Stop Sabotaging Your Career: 8 Proven Strategies to Succeed--in Spite of Yourself

Stop Sabotaging Your Career: 8 Proven Strategies to Succeed--in Spite of Yourself

Lois P. Frankel

Language: English

Pages: 320


Format: PDF / Kindle (mobi) / ePub

From entry-level employees to senior executives, no one is exempt from career derailment. According to internationally recognized business coach Dr. Lois Frankel, the most common sources of unexpected changes in career momentum are not your shortcomings but your strengths--an overdependence on the exceptional abilities that contributed to past success. It is the employee who exhibits the widest array of technical and interpersonal capabilities who will rise to the top. Now, in a guide for business people across all fields and professional levels, Dr. Frankel has identified the eight most effective strategies for overcoming career obstacles and becoming an invaluable member of any work environment. With self-tests and dozens of real world examples, STOP SABOTAGING YOUR CAREER helps readers identify their dominant professional behaviors and offers proven strategies to maximize their career potential--in spite of themselves.

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responsibility for the car’s assembly, rather than each person being responsible for only one piece, the quality of the automobiles produced actually increased. In the competitive hospitality business, the Ritz-Carlton hotel chain stresses teamwork in addition to excellence in individual performance during new-employee orientation at each facility. A stay at any one of the hotels is likely to make you realize that the Ritz-Carlton has redefined customer service in its broadest sense. Each

changing requirements of the organizational culture or movement from one company to another, one department to another, or one boss to another are but a few others. Clearly, behaviors that are appropriate in one situation can become potential derailers when applied in a different situation. If the culture of Dan’s company was more hierarchical—one in which people expected close supervision and little responsibility for entire projects—then his behavior would not have been considered problematic.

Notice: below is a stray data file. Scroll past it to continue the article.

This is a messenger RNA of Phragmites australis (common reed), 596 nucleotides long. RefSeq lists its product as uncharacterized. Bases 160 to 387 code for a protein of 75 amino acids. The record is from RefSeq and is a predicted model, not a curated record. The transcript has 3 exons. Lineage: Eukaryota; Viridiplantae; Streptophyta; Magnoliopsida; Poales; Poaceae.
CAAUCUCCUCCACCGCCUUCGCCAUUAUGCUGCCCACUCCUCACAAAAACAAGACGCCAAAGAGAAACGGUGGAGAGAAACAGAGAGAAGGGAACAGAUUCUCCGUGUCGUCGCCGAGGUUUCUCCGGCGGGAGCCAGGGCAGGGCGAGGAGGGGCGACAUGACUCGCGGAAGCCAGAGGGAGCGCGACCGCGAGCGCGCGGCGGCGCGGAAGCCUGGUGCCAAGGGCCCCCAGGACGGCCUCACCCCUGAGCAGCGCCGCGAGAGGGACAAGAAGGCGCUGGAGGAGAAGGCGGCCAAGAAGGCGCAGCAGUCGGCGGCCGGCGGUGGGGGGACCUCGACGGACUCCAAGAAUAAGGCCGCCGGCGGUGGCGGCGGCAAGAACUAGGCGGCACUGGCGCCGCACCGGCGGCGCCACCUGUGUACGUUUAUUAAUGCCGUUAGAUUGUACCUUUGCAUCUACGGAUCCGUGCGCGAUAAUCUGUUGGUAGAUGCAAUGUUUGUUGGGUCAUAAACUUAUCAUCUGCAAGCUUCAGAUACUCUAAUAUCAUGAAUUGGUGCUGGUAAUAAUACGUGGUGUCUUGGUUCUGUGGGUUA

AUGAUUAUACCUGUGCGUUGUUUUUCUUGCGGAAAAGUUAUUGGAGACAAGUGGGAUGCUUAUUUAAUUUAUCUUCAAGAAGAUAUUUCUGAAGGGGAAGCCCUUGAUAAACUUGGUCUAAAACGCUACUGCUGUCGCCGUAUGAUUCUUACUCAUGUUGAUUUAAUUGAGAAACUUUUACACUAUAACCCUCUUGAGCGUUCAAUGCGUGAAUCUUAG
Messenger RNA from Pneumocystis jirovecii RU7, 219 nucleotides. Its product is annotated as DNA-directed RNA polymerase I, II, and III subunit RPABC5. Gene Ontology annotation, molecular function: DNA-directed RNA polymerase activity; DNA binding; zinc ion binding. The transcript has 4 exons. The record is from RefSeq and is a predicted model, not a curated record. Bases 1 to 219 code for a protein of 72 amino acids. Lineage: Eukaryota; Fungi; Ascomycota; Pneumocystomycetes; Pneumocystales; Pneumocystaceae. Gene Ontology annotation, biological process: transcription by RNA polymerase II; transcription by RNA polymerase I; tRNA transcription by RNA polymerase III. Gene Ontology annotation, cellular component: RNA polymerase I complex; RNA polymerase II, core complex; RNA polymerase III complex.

the known, as opposed to the possible, have tremendous difficulty thinking broadly. By operating within a constant comfort zone of what is known, as opposed to what could be, such people never take the kinds of risks required to successfully balance detail orientation with strategic thinking. • High sense of urgency. Individuals may focus so hard on completing a task they feel is urgent that they miss its how, why, and what. In an effort to get the job done expediently, they fail to see how it

fatigue or lethargy. Depression is a significant factor that can contribute to lack of enthusiasm or motivation to perform the job in anything more than a perfunctory manner. In order to address the appropriate cause, it’s important to understand that the work can contribute to the depression as well as the depression contributing to failure to perform the work. No matter how difficult it may be for you, exhibiting a positive, upbeat, can-do attitude is yet another factor critical to long-term

workshops focus you on the key elements of branding. No one knows branding like Montoya, so visit his Web site at SUCCESS STRATEGY 8 Network for Success Call it a clan, call it a network, call it a tribe, call it a family: Whatever you call it, whoever you are, you need one. Jane Howard, author Before you decide to skip this chapter because the thought of networking (a) disgusts, (b) scares, or (c) bores you, take a moment to consider the concept of networking.

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